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Early to rise

Yawu Miller | 4/15/2009, 5:31 a.m.
With a familiar name and a citywide organization, Felix G. Arroyo’s at-large City Council campaign is off to a fast...
Felix G. Arroyo, one candidate in the crowded field of contenders vying for an at-large seat on the City Council (second from right), talks to supporters, including Kalila Barnett (right), executive director of Alternatives for Community and Environment, before canvassing Jamaica Plain on Saturday, April 11, 2009. Yawu Miller

With a familiar name and a citywide organization, Felix G. Arroyo’s at-large City Council campaign is off to a fast start

When Boston voters head to the polls for preliminary citywide balloting in September, they will likely be faced with 12 candidates for the four at-large seats on the City Council.

To avoid becoming lost in such a packed field, council hopeful Felix G. Arroyo is banking on an early start, a large team of volunteers and a collaborative approach to politics for a competitive advantage in the race.

“Our theme is, ‘Let’s build a better Boston,’” he said, nursing a coffee while waiting for volunteers to show up for a canvassing of Jamaica Plain last Saturday morning. “We chose it because it’s inclusive. It’s about all of us.”

Arroyo, 29, traces his interest in collaborative models of governing to his training in politics from veteran organizer and District 7 City Councilor Chuck Turner. Arroyo began working as director of constituent services for Turner 10 years ago.

In that job, Arroyo learned the intricacies of city politics while also learning about the needs of the people who live in District 7, which covers Roxbury and parts of the South End, Jamaica Plain and Dorchester.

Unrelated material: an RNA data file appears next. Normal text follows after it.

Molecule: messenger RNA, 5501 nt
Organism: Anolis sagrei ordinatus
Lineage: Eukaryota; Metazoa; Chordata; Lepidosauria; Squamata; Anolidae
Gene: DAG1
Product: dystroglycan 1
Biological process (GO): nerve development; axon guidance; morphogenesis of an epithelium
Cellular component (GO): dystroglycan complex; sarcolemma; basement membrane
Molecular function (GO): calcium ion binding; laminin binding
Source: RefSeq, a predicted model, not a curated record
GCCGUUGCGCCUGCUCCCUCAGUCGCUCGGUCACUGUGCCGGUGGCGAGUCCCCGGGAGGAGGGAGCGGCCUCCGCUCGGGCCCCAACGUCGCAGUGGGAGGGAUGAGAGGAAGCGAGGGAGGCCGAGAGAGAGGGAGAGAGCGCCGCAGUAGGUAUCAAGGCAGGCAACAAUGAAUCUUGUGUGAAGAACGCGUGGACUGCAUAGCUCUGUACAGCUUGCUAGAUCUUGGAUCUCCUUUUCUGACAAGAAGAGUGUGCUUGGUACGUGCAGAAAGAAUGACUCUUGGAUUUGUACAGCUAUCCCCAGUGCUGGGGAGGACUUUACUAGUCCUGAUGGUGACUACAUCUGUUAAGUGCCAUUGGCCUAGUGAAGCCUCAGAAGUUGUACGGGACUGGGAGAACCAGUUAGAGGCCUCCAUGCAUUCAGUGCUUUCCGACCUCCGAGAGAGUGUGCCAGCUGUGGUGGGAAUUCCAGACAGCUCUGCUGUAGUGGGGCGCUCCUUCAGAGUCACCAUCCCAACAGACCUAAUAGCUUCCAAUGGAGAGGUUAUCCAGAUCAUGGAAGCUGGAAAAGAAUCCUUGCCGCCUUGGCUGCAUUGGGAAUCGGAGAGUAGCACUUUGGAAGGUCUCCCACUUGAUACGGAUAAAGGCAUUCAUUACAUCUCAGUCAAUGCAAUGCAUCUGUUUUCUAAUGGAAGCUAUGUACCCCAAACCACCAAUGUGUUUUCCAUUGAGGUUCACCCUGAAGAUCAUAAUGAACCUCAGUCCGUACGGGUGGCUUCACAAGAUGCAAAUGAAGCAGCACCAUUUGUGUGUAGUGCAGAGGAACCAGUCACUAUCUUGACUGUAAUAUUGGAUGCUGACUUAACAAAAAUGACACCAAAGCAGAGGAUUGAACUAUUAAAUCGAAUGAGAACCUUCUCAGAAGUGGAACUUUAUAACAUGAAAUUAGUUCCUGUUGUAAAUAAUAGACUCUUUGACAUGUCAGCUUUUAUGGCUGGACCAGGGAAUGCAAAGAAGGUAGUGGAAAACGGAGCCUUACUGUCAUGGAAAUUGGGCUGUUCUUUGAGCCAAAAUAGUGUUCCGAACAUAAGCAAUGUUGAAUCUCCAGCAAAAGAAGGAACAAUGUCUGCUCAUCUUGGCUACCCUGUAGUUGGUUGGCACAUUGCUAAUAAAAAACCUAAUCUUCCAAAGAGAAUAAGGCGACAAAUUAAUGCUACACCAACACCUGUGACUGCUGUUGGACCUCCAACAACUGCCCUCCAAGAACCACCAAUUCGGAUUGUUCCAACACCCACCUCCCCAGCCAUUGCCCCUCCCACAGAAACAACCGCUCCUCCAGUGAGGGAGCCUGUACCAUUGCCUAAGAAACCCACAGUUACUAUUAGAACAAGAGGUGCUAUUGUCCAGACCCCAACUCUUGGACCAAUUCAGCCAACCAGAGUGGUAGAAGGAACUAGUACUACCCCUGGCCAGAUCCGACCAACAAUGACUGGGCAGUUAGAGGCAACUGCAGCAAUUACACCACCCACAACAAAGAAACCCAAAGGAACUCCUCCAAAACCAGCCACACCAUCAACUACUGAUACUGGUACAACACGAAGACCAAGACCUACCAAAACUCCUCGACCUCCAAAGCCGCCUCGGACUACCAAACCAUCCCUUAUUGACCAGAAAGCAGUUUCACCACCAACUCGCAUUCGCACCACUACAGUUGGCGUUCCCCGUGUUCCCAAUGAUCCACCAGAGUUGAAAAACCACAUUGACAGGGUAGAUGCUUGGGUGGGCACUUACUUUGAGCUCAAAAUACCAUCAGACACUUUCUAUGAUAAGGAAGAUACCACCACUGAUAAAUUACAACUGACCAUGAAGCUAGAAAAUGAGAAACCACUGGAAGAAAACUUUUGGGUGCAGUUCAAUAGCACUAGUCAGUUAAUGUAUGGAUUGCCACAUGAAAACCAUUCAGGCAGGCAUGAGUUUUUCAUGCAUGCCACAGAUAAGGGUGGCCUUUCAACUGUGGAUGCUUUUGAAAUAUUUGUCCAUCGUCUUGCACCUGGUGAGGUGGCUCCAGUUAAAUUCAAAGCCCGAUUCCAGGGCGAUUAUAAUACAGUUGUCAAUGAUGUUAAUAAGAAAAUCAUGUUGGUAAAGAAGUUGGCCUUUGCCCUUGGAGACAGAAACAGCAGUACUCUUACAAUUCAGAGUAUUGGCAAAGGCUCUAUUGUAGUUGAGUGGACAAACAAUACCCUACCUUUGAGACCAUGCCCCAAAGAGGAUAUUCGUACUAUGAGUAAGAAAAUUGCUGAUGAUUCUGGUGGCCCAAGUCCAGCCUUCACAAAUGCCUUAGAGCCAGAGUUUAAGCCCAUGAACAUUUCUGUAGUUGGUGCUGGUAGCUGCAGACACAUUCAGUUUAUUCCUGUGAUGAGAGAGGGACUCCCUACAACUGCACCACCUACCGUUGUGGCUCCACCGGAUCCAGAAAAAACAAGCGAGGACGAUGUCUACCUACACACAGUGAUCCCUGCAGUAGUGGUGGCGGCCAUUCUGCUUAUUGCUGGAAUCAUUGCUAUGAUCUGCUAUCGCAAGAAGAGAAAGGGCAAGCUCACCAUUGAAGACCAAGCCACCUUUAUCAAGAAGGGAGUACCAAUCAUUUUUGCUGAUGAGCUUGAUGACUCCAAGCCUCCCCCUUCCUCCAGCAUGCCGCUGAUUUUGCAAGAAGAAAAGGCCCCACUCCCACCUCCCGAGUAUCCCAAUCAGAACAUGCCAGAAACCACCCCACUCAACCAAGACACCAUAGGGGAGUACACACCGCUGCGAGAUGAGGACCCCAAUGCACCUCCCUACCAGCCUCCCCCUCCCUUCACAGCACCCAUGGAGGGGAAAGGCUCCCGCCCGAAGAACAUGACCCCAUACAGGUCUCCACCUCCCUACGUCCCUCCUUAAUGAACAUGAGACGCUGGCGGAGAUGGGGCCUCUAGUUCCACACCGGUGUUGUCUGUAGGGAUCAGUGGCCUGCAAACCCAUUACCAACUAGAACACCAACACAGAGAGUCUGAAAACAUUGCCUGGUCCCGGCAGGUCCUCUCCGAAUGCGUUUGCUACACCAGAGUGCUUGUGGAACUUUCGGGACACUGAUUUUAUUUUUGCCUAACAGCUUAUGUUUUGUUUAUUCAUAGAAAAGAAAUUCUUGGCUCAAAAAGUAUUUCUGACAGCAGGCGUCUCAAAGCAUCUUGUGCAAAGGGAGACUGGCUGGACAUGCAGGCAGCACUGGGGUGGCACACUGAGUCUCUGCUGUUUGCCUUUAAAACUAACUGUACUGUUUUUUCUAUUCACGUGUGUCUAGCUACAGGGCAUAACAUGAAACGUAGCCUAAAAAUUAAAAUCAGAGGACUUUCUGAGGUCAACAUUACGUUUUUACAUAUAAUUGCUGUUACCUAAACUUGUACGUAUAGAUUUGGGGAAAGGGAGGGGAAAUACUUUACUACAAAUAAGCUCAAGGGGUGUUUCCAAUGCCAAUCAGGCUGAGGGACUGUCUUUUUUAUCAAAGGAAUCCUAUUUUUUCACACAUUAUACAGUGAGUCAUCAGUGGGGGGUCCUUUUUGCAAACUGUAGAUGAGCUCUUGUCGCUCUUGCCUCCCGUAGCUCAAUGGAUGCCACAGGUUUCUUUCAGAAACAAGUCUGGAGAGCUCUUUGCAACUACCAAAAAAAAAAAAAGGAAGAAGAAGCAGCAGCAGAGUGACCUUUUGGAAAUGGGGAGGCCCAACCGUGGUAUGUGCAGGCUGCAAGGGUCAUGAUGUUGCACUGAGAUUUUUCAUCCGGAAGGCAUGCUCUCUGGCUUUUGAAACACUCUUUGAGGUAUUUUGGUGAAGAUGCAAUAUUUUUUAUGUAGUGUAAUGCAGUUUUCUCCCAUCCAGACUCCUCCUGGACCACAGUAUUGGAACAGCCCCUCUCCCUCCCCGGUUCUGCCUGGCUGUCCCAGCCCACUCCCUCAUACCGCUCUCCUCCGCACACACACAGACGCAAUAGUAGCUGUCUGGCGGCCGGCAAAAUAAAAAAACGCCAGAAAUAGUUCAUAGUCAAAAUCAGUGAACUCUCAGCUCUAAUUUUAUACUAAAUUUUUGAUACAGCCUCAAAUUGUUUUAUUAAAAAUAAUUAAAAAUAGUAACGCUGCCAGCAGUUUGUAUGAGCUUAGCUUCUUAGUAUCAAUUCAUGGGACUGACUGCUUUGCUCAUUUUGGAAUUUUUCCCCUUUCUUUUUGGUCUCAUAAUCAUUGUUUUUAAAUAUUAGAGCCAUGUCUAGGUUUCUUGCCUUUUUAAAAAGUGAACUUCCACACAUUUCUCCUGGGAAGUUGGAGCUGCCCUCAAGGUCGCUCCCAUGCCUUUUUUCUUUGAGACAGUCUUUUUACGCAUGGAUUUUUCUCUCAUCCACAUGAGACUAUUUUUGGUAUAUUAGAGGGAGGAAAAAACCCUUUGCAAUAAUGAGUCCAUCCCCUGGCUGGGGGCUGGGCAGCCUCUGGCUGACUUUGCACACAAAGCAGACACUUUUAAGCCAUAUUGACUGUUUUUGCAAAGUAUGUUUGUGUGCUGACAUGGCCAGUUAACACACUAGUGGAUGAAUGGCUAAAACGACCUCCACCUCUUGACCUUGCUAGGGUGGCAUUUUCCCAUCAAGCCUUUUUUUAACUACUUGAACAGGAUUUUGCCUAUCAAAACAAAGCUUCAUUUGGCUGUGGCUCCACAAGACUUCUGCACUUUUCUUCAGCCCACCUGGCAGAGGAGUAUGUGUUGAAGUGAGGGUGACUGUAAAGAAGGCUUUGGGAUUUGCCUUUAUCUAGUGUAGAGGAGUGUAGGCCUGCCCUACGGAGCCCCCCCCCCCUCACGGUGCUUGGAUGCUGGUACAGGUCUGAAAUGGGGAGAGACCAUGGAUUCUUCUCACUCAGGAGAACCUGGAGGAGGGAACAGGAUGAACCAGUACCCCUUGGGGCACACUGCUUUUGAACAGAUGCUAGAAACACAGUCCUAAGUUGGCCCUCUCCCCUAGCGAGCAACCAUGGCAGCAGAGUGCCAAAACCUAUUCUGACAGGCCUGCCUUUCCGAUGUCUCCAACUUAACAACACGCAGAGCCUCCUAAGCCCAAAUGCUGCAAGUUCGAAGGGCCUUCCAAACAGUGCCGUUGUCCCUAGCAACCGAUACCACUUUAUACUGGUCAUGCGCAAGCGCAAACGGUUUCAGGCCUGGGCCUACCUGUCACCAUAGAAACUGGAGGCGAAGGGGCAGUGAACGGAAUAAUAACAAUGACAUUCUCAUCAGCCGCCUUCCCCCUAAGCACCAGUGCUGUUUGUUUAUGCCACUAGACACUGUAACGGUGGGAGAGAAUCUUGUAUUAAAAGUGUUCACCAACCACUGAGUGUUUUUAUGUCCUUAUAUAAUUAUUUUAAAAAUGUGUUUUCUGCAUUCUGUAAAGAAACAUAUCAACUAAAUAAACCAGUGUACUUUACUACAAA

“It was as basic as making sure that constituents in the district got basic city services to helping a single mother fight an eviction,” he said. “The way we solved problems was working together with the community to find solutions.”

After two terms with Turner, Arroyo moved over to the Service Employees International Union Local 615. There, he served as political director, brokering deals with the state Legislature on behalf of the union’s members, most of whom work as janitors and security guards.

Arroyo says he was inspired to run for office by the ascension of former community organizer Barack Obama to the White House, and wants to bring a similarly fresh approach to Boston’s City Council.

“I think it’s time for a new politics in Boston,” he said. “Our campaign is based on collaborative politics — bringing people together so we can all have a voice in government.”

Arroyo’s team includes campaign manager Patrick Keaney — who ran successful at-large campaigns for his father, former City Councilor Felix D. Arroyo — as well as a team of advisors, including former state Sen. Jarrett Barrios, former state Rep. Mel King, former City Councilor Bruce Bolling and the Rev. Gregory Groover, pastor of the Charles Street A.M.E. Church and chairman of the Boston School Committee.

While Obama’s election set a benchmark for Arroyo’s political ambitions, he says the 2007 election, in which his father lost his at-large seat, was a new low point. Specifically, Arroyo points to the extremely low citywide turnout, noting that just 13 percent of registered voters cast ballots in that year’s September preliminary.

“We should be ashamed,” he said. “That means that voters in Boston spoke with their feet. They said, ‘We don’t see ourselves in government.’”

In this year’s race, Arroyo is taking nothing for granted. He’s raised nearly $40,000, according to campaign-finance records, and says he hopes to raise $200,000 before the Nov. 3 general election.